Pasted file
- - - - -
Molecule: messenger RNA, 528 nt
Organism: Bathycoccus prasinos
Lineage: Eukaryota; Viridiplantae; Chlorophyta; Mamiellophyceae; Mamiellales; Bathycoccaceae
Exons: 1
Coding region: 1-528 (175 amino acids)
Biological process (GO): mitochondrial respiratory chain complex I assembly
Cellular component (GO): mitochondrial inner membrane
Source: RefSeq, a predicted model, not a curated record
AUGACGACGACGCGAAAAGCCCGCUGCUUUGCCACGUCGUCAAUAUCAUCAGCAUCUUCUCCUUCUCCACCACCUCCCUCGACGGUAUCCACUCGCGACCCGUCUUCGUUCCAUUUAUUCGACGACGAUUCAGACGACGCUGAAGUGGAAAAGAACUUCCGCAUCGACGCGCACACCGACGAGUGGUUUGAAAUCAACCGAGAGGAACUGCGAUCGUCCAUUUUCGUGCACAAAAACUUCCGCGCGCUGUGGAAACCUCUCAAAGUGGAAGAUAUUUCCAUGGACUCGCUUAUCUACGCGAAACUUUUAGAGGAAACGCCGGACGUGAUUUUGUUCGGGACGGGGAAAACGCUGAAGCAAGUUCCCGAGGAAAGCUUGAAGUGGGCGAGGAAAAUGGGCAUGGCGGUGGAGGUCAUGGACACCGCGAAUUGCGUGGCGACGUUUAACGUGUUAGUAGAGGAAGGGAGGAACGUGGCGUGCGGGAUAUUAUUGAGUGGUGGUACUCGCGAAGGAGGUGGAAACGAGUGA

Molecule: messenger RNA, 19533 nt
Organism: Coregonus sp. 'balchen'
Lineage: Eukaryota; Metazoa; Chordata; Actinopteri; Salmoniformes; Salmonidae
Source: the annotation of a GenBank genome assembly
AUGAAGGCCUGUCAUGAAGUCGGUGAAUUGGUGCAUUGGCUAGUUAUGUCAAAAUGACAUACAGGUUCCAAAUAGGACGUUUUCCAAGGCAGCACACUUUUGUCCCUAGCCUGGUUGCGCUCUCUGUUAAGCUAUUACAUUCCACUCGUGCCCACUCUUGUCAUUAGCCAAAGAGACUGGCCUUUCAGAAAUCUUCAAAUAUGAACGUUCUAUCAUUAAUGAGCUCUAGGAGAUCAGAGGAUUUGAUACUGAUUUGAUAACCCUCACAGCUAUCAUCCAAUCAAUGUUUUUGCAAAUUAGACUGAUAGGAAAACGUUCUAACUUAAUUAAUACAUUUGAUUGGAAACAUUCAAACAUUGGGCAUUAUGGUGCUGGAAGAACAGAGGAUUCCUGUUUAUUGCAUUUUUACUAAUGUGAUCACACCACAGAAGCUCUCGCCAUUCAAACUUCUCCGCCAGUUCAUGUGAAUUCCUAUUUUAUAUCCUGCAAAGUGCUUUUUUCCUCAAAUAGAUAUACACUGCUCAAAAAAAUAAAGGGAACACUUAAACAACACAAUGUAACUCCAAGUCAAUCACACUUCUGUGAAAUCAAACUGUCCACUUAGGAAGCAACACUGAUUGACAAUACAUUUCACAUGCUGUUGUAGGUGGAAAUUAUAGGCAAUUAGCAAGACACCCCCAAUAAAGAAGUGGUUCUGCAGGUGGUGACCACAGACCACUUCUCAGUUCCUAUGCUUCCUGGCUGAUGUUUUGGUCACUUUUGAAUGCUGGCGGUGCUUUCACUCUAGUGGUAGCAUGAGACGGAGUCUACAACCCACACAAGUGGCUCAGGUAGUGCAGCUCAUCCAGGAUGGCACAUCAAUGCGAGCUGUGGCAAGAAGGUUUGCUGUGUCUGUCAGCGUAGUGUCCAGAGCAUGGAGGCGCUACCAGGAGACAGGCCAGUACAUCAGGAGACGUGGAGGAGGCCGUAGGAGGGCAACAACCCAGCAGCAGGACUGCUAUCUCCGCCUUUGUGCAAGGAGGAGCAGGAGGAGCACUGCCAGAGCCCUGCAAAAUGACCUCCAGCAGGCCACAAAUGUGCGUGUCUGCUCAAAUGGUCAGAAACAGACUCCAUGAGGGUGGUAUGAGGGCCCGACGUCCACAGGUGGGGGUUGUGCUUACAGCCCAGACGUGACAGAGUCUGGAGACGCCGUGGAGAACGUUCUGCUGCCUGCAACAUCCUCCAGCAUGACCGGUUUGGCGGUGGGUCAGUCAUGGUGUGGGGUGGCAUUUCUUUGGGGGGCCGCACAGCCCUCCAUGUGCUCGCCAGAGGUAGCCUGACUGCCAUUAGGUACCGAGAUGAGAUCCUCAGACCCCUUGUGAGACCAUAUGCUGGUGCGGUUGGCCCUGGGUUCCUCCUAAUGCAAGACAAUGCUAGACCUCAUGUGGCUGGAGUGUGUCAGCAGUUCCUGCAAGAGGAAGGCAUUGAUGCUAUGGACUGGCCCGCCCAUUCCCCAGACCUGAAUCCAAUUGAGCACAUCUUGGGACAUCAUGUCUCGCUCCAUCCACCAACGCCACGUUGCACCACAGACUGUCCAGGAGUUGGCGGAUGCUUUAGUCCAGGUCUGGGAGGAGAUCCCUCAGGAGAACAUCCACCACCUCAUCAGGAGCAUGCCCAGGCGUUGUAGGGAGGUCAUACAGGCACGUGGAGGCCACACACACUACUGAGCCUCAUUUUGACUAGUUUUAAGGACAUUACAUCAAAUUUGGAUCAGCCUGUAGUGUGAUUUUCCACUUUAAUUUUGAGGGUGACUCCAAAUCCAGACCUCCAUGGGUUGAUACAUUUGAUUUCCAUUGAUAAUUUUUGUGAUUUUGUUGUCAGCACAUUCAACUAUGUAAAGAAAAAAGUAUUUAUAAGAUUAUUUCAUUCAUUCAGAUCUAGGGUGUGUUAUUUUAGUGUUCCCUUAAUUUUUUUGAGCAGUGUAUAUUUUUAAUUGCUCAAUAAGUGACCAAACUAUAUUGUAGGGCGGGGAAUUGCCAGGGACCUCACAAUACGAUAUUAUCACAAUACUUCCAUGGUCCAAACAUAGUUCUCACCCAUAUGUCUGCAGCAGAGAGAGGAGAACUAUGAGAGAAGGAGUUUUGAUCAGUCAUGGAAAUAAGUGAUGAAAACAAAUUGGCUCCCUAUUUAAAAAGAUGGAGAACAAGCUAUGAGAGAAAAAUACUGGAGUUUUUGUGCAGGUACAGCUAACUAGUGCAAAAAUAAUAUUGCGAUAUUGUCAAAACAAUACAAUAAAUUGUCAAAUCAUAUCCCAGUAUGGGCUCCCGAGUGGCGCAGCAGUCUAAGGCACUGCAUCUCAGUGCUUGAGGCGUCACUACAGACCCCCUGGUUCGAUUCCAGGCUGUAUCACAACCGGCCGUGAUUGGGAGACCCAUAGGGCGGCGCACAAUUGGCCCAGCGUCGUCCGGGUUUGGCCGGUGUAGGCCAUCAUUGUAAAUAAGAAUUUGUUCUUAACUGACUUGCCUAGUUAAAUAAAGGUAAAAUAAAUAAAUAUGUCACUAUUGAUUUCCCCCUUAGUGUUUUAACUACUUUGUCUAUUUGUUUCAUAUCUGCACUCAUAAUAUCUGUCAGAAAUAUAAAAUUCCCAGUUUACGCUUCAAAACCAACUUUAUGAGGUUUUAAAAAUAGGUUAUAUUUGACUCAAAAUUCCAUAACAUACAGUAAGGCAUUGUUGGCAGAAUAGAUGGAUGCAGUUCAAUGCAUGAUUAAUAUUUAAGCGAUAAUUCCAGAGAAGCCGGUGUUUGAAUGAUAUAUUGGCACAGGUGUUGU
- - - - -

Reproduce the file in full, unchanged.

Molecule: messenger RNA, 528 nt
Organism: Bathycoccus prasinos
Lineage: Eukaryota; Viridiplantae; Chlorophyta; Mamiellophyceae; Mamiellales; Bathycoccaceae
Exons: 1
Coding region: 1-528 (175 amino acids)
Biological process (GO): mitochondrial respiratory chain complex I assembly
Cellular component (GO): mitochondrial inner membrane
Source: RefSeq, a predicted model, not a curated record
AUGACGACGACGCGAAAAGCCCGCUGCUUUGCCACGUCGUCAAUAUCAUCAGCAUCUUCUCCUUCUCCACCACCUCCCUCGACGGUAUCCACUCGCGACCCGUCUUCGUUCCAUUUAUUCGACGACGAUUCAGACGACGCUGAAGUGGAAAAGAACUUCCGCAUCGACGCGCACACCGACGAGUGGUUUGAAAUCAACCGAGAGGAACUGCGAUCGUCCAUUUUCGUGCACAAAAACUUCCGCGCGCUGUGGAAACCUCUCAAAGUGGAAGAUAUUUCCAUGGACUCGCUUAUCUACGCGAAACUUUUAGAGGAAACGCCGGACGUGAUUUUGUUCGGGACGGGGAAAACGCUGAAGCAAGUUCCCGAGGAAAGCUUGAAGUGGGCGAGGAAAAUGGGCAUGGCGGUGGAGGUCAUGGACACCGCGAAUUGCGUGGCGACGUUUAACGUGUUAGUAGAGGAAGGGAGGAACGUGGCGUGCGGGAUAUUAUUGAGUGGUGGUACUCGCGAAGGAGGUGGAAACGAGUGA

Molecule: messenger RNA, 19533 nt
Organism: Coregonus sp. 'balchen'
Lineage: Eukaryota; Metazoa; Chordata; Actinopteri; Salmoniformes; Salmonidae
Source: the annotation of a GenBank genome assembly
AUGAAGGCCUGUCAUGAAGUCGGUGAAUUGGUGCAUUGGCUAGUUAUGUCAAAAUGACAUACAGGUUCCAAAUAGGACGUUUUCCAAGGCAGCACACUUUUGUCCCUAGCCUGGUUGCGCUCUCUGUUAAGCUAUUACAUUCCACUCGUGCCCACUCUUGUCAUUAGCCAAAGAGACUGGCCUUUCAGAAAUCUUCAAAUAUGAACGUUCUAUCAUUAAUGAGCUCUAGGAGAUCAGAGGAUUUGAUACUGAUUUGAUAACCCUCACAGCUAUCAUCCAAUCAAUGUUUUUGCAAAUUAGACUGAUAGGAAAACGUUCUAACUUAAUUAAUACAUUUGAUUGGAAACAUUCAAACAUUGGGCAUUAUGGUGCUGGAAGAACAGAGGAUUCCUGUUUAUUGCAUUUUUACUAAUGUGAUCACACCACAGAAGCUCUCGCCAUUCAAACUUCUCCGCCAGUUCAUGUGAAUUCCUAUUUUAUAUCCUGCAAAGUGCUUUUUUCCUCAAAUAGAUAUACACUGCUCAAAAAAAUAAAGGGAACACUUAAACAACACAAUGUAACUCCAAGUCAAUCACACUUCUGUGAAAUCAAACUGUCCACUUAGGAAGCAACACUGAUUGACAAUACAUUUCACAUGCUGUUGUAGGUGGAAAUUAUAGGCAAUUAGCAAGACACCCCCAAUAAAGAAGUGGUUCUGCAGGUGGUGACCACAGACCACUUCUCAGUUCCUAUGCUUCCUGGCUGAUGUUUUGGUCACUUUUGAAUGCUGGCGGUGCUUUCACUCUAGUGGUAGCAUGAGACGGAGUCUACAACCCACACAAGUGGCUCAGGUAGUGCAGCUCAUCCAGGAUGGCACAUCAAUGCGAGCUGUGGCAAGAAGGUUUGCUGUGUCUGUCAGCGUAGUGUCCAGAGCAUGGAGGCGCUACCAGGAGACAGGCCAGUACAUCAGGAGACGUGGAGGAGGCCGUAGGAGGGCAACAACCCAGCAGCAGGACUGCUAUCUCCGCCUUUGUGCAAGGAGGAGCAGGAGGAGCACUGCCAGAGCCCUGCAAAAUGACCUCCAGCAGGCCACAAAUGUGCGUGUCUGCUCAAAUGGUCAGAAACAGACUCCAUGAGGGUGGUAUGAGGGCCCGACGUCCACAGGUGGGGGUUGUGCUUACAGCCCAGACGUGACAGAGUCUGGAGACGCCGUGGAGAACGUUCUGCUGCCUGCAACAUCCUCCAGCAUGACCGGUUUGGCGGUGGGUCAGUCAUGGUGUGGGGUGGCAUUUCUUUGGGGGGCCGCACAGCCCUCCAUGUGCUCGCCAGAGGUAGCCUGACUGCCAUUAGGUACCGAGAUGAGAUCCUCAGACCCCUUGUGAGACCAUAUGCUGGUGCGGUUGGCCCUGGGUUCCUCCUAAUGCAAGACAAUGCUAGACCUCAUGUGGCUGGAGUGUGUCAGCAGUUCCUGCAAGAGGAAGGCAUUGAUGCUAUGGACUGGCCCGCCCAUUCCCCAGACCUGAAUCCAAUUGAGCACAUCUUGGGACAUCAUGUCUCGCUCCAUCCACCAACGCCACGUUGCACCACAGACUGUCCAGGAGUUGGCGGAUGCUUUAGUCCAGGUCUGGGAGGAGAUCCCUCAGGAGAACAUCCACCACCUCAUCAGGAGCAUGCCCAGGCGUUGUAGGGAGGUCAUACAGGCACGUGGAGGCCACACACACUACUGAGCCUCAUUUUGACUAGUUUUAAGGACAUUACAUCAAAUUUGGAUCAGCCUGUAGUGUGAUUUUCCACUUUAAUUUUGAGGGUGACUCCAAAUCCAGACCUCCAUGGGUUGAUACAUUUGAUUUCCAUUGAUAAUUUUUGUGAUUUUGUUGUCAGCACAUUCAACUAUGUAAAGAAAAAAGUAUUUAUAAGAUUAUUUCAUUCAUUCAGAUCUAGGGUGUGUUAUUUUAGUGUUCCCUUAAUUUUUUUGAGCAGUGUAUAUUUUUAAUUGCUCAAUAAGUGACCAAACUAUAUUGUAGGGCGGGGAAUUGCCAGGGACCUCACAAUACGAUAUUAUCACAAUACUUCCAUGGUCCAAACAUAGUUCUCACCCAUAUGUCUGCAGCAGAGAGAGGAGAACUAUGAGAGAAGGAGUUUUGAUCAGUCAUGGAAAUAAGUGAUGAAAACAAAUUGGCUCCCUAUUUAAAAAGAUGGAGAACAAGCUAUGAGAGAAAAAUACUGGAGUUUUUGUGCAGGUACAGCUAACUAGUGCAAAAAUAAUAUUGCGAUAUUGUCAAAACAAUACAAUAAAUUGUCAAAUCAUAUCCCAGUAUGGGCUCCCGAGUGGCGCAGCAGUCUAAGGCACUGCAUCUCAGUGCUUGAGGCGUCACUACAGACCCCCUGGUUCGAUUCCAGGCUGUAUCACAACCGGCCGUGAUUGGGAGACCCAUAGGGCGGCGCACAAUUGGCCCAGCGUCGUCCGGGUUUGGCCGGUGUAGGCCAUCAUUGUAAAUAAGAAUUUGUUCUUAACUGACUUGCCUAGUUAAAUAAAGGUAAAAUAAAUAAAUAUGUCACUAUUGAUUUCCCCCUUAGUGUUUUAACUACUUUGUCUAUUUGUUUCAUAUCUGCACUCAUAAUAUCUGUCAGAAAUAUAAAAUUCCCAGUUUACGCUUCAAAACCAACUUUAUGAGGUUUUAAAAAUAGGUUAUAUUUGACUCAAAAUUCCAUAACAUACAGUAAGGCAUUGUUGGCAGAAUAGAUGGAUGCAGUUCAAUGCAUGAUUAAUAUUUAAGCGAUAAUUCCAGAGAAGCCGGUGUUUGAAUGAUAUAUUGGCACAGGUGUUGU